Last year we had a perfect kayaking trip at the end of May. It made sense to aim for the same date when planning a weekend trip for the local paddling club. I had some getting the order for the weather through, though, with everything between snow, hail, rain and sleet just one and a half week before the trip, but the nice weather came through just in time.

I was the main guide and Tarja the assistant guide. In addition we had seven mostly quite experienced participants. Starting on Friday after work meant that the actual paddling would start quite late, and this time we started from Kasnäs at 20:20. We had a little less than two hours before sunset and a little more than two hours of paddling to the planned tent spot. No hurry then, since the weather was great.





At some point the sun started to set.


Me. Photo by Jarkko Holopainen.

Our planned tent spot was occupied, which is quite an unlikely event in the Archipelago Sea, since there are few paddlers and lots of islands. A large Israeli group of kayakers led by a few Finnish guides seemed to have fun there.

We continued to the other side of the island, where there were more nice tent spots. It was now becoming darker and after a while the headlamps got used.

I teamed up with Jarkko for the dinners and he made sautéed reindeer and mashed potatoes.


And then it was night. It no longer becomes completely dark, though.

It rained in the morning, which forced Jarkko to to stay in the tent until it stopped at six in the morning. I got up at seven.


Mandatory morning coffee picture.

Spring has finally sprung.

Part of the tents.

We started paddling again at ten.


The weather was great and after maybe twenty minutes I stopped the group to discuss the question that everyone anyway was thinking about. The Bengtskär lighthouse, the crown jewel in every kayaker's lighthouse collection, would be an easy catch in these conditions. I had already pondered about the security aspects, since this would be a deviation from the original security plan, which is not anything to be taken lightly. The conditions and the forecasted weather were however clear and it would be safe, safer in fact than a July attempt, since everyone had a drysuit this time. We made the decision to paddle there, 14.5 km straight to the south from our position.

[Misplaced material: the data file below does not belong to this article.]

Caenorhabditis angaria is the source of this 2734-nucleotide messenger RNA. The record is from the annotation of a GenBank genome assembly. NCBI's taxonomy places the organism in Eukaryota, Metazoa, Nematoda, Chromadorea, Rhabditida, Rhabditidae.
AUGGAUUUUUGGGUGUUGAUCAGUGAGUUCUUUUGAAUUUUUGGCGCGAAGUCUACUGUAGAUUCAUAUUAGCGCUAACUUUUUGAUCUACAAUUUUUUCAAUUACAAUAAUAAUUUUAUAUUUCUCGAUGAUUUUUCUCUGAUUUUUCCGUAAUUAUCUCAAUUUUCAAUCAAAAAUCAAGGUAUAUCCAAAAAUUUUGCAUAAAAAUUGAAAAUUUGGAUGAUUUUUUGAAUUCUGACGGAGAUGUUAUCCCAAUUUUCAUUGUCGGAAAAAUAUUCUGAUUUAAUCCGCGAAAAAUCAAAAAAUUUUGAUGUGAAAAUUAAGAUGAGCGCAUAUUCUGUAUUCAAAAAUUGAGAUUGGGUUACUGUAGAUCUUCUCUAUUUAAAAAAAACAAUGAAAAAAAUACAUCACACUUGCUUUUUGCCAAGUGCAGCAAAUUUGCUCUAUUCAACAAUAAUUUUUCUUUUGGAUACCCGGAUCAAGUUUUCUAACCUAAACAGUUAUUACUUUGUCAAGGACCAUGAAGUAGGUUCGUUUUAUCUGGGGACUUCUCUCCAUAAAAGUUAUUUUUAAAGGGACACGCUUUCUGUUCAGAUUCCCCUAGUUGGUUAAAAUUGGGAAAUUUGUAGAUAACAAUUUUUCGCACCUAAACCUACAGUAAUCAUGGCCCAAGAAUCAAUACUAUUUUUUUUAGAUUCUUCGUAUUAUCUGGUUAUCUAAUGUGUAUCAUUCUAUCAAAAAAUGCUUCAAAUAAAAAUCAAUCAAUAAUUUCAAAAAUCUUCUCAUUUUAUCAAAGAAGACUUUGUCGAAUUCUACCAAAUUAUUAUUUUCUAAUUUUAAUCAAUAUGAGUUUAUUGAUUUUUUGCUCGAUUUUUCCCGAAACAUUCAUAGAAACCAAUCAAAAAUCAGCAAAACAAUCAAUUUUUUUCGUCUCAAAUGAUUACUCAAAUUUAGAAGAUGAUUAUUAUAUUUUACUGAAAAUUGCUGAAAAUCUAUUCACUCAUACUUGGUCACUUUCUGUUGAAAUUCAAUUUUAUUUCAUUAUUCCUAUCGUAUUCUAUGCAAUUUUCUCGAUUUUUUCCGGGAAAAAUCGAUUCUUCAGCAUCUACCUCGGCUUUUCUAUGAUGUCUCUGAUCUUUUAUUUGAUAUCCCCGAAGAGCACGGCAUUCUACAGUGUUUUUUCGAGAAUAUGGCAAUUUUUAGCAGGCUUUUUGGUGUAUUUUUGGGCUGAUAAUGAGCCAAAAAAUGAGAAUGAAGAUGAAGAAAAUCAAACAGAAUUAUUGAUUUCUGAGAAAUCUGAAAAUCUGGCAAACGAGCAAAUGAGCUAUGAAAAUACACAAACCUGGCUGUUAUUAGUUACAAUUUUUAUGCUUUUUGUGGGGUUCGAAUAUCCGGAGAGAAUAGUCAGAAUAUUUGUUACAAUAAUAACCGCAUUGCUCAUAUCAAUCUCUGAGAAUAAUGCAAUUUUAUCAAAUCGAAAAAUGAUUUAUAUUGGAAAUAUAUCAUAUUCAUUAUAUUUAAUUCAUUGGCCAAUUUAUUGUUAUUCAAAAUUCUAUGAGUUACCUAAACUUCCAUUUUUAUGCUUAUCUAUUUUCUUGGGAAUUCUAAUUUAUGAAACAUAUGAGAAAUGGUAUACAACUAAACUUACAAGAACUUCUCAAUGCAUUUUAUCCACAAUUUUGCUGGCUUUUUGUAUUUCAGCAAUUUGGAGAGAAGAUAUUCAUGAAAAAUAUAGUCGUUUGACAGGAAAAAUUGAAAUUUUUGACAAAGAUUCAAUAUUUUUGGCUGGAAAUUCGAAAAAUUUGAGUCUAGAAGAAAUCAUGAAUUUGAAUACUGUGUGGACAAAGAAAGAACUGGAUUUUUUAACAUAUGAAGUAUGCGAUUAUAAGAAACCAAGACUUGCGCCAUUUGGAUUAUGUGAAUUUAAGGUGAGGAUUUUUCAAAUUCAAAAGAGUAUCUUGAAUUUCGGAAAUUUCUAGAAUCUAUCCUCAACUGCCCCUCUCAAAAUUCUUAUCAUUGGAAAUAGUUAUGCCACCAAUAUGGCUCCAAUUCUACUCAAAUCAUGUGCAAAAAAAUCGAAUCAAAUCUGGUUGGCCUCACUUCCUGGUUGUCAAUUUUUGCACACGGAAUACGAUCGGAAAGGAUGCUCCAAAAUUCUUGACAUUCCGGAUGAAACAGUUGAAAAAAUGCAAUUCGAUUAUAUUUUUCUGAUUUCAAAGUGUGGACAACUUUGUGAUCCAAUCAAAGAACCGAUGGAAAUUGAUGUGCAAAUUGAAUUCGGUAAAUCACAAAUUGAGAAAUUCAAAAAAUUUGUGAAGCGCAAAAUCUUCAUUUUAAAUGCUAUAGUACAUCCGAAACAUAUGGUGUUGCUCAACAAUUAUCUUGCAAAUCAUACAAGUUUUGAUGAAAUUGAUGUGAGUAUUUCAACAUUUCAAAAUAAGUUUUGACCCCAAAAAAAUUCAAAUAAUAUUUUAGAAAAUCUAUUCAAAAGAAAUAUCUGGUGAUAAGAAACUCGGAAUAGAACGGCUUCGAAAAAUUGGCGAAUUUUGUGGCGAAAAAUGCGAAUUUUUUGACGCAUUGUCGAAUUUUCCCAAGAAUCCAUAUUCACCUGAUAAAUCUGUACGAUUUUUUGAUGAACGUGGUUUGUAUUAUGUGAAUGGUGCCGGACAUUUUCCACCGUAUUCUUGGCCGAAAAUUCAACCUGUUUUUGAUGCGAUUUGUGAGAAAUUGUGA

A short break on a small island, which had this impressive chives.

A small pond.

Red color by some algae.


This island  was also the continue/turn around point. The weather forecast remained excellent, so it was easy to continue.


Closing in.



The lighthouse raises 52 m above the sea, making it the highest one in the Nordic countries. It also has an interesting history with a dramatic battle against invading Soviet forces during the Continuation War. The island itself is barren and small.


There were around 300 common eiders on the island. Seemingly a good place to brood the eggs.


The stairs up the lighthouse.

After a long lunch break it was time to continue. We had a little under 10 km to a potential tent island.




The island was to be our home for the night.


Lots of time for a long dinner, starting with a chicken sauce with rosemary, chives, white wine, cream and feta cheese, eaten with rice.

Dinner spot.

For dessert I made a sort of cheesecake. Digestive cookie crunches with butter was heated in a frying pan and on top of that whipped cream mixed with Philadelphia cheese and lemon curd made a suprisingly tasty result. So good in fact that most of it was gone when I remembered to take a photo of it.

The rest of a nice evening.





The night was warm, even though the wind rose a little. I got up at half past six, when it was already quite hot in the tent.

Again.

Packing the kayaks for a start at nine in the morning.

On the move. The navigation duties were split between the participants and Jarkko got the honor to do this interesting section.




This section had many small features and narrow channels.



The idea to paddle to Örö, which anyway was on the route I had planned, for an icecream was tossed, so there we went.



Our entire gang on the 12 inch Obuhov artillery gun.

A visit to an exhibition about Örö showed that the climax of 13000 years of history was when four paddlers arrived as the first civilians when the military had left the island and it was opened for the public. I was one of them...

After Örö we continued through a tight section with many small islands.


Lunch.


After the lunch it was quite hot and it became necessary to cool down a little more.


Back at Kasnäs a little after two in the afternoon. Thanks everyone for the company, it was a nice trip of just under 60 km in great weather.